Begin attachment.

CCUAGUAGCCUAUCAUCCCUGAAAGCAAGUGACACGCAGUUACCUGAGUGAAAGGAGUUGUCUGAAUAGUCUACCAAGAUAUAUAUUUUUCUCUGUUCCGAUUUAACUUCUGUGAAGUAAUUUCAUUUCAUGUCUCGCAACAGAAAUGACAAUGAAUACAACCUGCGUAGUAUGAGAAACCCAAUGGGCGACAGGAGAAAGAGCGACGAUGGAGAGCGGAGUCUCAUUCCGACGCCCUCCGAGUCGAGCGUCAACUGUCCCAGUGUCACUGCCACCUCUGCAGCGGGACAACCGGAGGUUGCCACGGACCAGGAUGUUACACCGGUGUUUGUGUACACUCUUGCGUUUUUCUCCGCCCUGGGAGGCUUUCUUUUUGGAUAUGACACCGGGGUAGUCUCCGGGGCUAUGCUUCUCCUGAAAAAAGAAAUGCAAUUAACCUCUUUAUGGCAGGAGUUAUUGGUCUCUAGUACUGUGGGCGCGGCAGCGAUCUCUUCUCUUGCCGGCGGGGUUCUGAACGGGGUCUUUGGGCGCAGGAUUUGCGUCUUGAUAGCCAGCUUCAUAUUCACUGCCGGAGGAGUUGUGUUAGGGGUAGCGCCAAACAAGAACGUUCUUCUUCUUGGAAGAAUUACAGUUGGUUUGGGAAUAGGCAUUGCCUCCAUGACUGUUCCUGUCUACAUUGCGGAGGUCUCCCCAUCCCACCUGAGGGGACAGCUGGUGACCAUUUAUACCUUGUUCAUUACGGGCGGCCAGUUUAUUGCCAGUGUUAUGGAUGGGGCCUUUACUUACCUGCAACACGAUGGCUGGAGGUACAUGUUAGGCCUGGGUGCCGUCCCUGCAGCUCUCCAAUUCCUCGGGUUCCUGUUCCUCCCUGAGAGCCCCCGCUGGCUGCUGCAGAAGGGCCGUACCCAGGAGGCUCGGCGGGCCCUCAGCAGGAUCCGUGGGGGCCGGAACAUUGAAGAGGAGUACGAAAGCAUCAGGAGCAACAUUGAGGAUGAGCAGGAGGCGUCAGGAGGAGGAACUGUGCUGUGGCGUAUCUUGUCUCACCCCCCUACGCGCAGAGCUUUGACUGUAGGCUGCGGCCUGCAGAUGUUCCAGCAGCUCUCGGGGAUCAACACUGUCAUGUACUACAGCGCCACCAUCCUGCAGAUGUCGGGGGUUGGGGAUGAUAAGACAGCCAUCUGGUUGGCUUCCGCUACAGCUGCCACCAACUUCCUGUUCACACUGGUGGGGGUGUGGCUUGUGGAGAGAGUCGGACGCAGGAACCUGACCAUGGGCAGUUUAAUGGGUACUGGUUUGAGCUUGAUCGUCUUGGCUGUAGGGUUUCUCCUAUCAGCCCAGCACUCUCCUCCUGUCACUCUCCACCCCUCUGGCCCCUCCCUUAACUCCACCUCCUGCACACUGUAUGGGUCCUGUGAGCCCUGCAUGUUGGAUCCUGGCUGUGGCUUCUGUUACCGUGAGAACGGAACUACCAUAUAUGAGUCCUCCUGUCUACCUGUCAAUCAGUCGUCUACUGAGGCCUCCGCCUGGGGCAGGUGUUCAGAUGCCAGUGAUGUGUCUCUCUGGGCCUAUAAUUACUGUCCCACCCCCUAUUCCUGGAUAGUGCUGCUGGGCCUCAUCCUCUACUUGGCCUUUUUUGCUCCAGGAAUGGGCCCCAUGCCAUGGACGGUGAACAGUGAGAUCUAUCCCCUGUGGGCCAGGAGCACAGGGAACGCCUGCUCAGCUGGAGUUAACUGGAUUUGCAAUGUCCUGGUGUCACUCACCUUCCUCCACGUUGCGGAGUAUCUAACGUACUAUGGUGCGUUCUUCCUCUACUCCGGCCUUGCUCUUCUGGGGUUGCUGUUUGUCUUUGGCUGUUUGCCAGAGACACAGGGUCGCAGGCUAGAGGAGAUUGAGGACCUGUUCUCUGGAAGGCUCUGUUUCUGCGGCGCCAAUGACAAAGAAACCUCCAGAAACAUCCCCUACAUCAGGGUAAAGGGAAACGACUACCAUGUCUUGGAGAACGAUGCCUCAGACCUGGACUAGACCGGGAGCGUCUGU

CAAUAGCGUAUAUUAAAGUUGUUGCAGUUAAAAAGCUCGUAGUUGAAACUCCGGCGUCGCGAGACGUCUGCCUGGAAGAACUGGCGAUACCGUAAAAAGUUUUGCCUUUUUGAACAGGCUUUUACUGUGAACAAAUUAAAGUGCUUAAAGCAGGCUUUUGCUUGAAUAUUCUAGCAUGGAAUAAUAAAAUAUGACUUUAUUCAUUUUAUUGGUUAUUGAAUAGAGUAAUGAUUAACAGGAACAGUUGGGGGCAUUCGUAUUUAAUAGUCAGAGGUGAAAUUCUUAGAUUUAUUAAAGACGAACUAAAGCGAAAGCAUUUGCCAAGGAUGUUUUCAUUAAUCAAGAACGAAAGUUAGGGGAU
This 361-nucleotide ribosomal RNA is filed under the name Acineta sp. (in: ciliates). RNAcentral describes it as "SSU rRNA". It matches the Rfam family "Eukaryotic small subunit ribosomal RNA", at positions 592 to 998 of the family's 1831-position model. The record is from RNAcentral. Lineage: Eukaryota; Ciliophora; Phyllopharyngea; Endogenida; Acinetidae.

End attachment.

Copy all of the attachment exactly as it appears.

CCUAGUAGCCUAUCAUCCCUGAAAGCAAGUGACACGCAGUUACCUGAGUGAAAGGAGUUGUCUGAAUAGUCUACCAAGAUAUAUAUUUUUCUCUGUUCCGAUUUAACUUCUGUGAAGUAAUUUCAUUUCAUGUCUCGCAACAGAAAUGACAAUGAAUACAACCUGCGUAGUAUGAGAAACCCAAUGGGCGACAGGAGAAAGAGCGACGAUGGAGAGCGGAGUCUCAUUCCGACGCCCUCCGAGUCGAGCGUCAACUGUCCCAGUGUCACUGCCACCUCUGCAGCGGGACAACCGGAGGUUGCCACGGACCAGGAUGUUACACCGGUGUUUGUGUACACUCUUGCGUUUUUCUCCGCCCUGGGAGGCUUUCUUUUUGGAUAUGACACCGGGGUAGUCUCCGGGGCUAUGCUUCUCCUGAAAAAAGAAAUGCAAUUAACCUCUUUAUGGCAGGAGUUAUUGGUCUCUAGUACUGUGGGCGCGGCAGCGAUCUCUUCUCUUGCCGGCGGGGUUCUGAACGGGGUCUUUGGGCGCAGGAUUUGCGUCUUGAUAGCCAGCUUCAUAUUCACUGCCGGAGGAGUUGUGUUAGGGGUAGCGCCAAACAAGAACGUUCUUCUUCUUGGAAGAAUUACAGUUGGUUUGGGAAUAGGCAUUGCCUCCAUGACUGUUCCUGUCUACAUUGCGGAGGUCUCCCCAUCCCACCUGAGGGGACAGCUGGUGACCAUUUAUACCUUGUUCAUUACGGGCGGCCAGUUUAUUGCCAGUGUUAUGGAUGGGGCCUUUACUUACCUGCAACACGAUGGCUGGAGGUACAUGUUAGGCCUGGGUGCCGUCCCUGCAGCUCUCCAAUUCCUCGGGUUCCUGUUCCUCCCUGAGAGCCCCCGCUGGCUGCUGCAGAAGGGCCGUACCCAGGAGGCUCGGCGGGCCCUCAGCAGGAUCCGUGGGGGCCGGAACAUUGAAGAGGAGUACGAAAGCAUCAGGAGCAACAUUGAGGAUGAGCAGGAGGCGUCAGGAGGAGGAACUGUGCUGUGGCGUAUCUUGUCUCACCCCCCUACGCGCAGAGCUUUGACUGUAGGCUGCGGCCUGCAGAUGUUCCAGCAGCUCUCGGGGAUCAACACUGUCAUGUACUACAGCGCCACCAUCCUGCAGAUGUCGGGGGUUGGGGAUGAUAAGACAGCCAUCUGGUUGGCUUCCGCUACAGCUGCCACCAACUUCCUGUUCACACUGGUGGGGGUGUGGCUUGUGGAGAGAGUCGGACGCAGGAACCUGACCAUGGGCAGUUUAAUGGGUACUGGUUUGAGCUUGAUCGUCUUGGCUGUAGGGUUUCUCCUAUCAGCCCAGCACUCUCCUCCUGUCACUCUCCACCCCUCUGGCCCCUCCCUUAACUCCACCUCCUGCACACUGUAUGGGUCCUGUGAGCCCUGCAUGUUGGAUCCUGGCUGUGGCUUCUGUUACCGUGAGAACGGAACUACCAUAUAUGAGUCCUCCUGUCUACCUGUCAAUCAGUCGUCUACUGAGGCCUCCGCCUGGGGCAGGUGUUCAGAUGCCAGUGAUGUGUCUCUCUGGGCCUAUAAUUACUGUCCCACCCCCUAUUCCUGGAUAGUGCUGCUGGGCCUCAUCCUCUACUUGGCCUUUUUUGCUCCAGGAAUGGGCCCCAUGCCAUGGACGGUGAACAGUGAGAUCUAUCCCCUGUGGGCCAGGAGCACAGGGAACGCCUGCUCAGCUGGAGUUAACUGGAUUUGCAAUGUCCUGGUGUCACUCACCUUCCUCCACGUUGCGGAGUAUCUAACGUACUAUGGUGCGUUCUUCCUCUACUCCGGCCUUGCUCUUCUGGGGUUGCUGUUUGUCUUUGGCUGUUUGCCAGAGACACAGGGUCGCAGGCUAGAGGAGAUUGAGGACCUGUUCUCUGGAAGGCUCUGUUUCUGCGGCGCCAAUGACAAAGAAACCUCCAGAAACAUCCCCUACAUCAGGGUAAAGGGAAACGACUACCAUGUCUUGGAGAACGAUGCCUCAGACCUGGACUAGACCGGGAGCGUCUGU

CAAUAGCGUAUAUUAAAGUUGUUGCAGUUAAAAAGCUCGUAGUUGAAACUCCGGCGUCGCGAGACGUCUGCCUGGAAGAACUGGCGAUACCGUAAAAAGUUUUGCCUUUUUGAACAGGCUUUUACUGUGAACAAAUUAAAGUGCUUAAAGCAGGCUUUUGCUUGAAUAUUCUAGCAUGGAAUAAUAAAAUAUGACUUUAUUCAUUUUAUUGGUUAUUGAAUAGAGUAAUGAUUAACAGGAACAGUUGGGGGCAUUCGUAUUUAAUAGUCAGAGGUGAAAUUCUUAGAUUUAUUAAAGACGAACUAAAGCGAAAGCAUUUGCCAAGGAUGUUUUCAUUAAUCAAGAACGAAAGUUAGGGGAU
This 361-nucleotide ribosomal RNA is filed under the name Acineta sp. (in: ciliates). RNAcentral describes it as "SSU rRNA". It matches the Rfam family "Eukaryotic small subunit ribosomal RNA", at positions 592 to 998 of the family's 1831-position model. The record is from RNAcentral. Lineage: Eukaryota; Ciliophora; Phyllopharyngea; Endogenida; Acinetidae.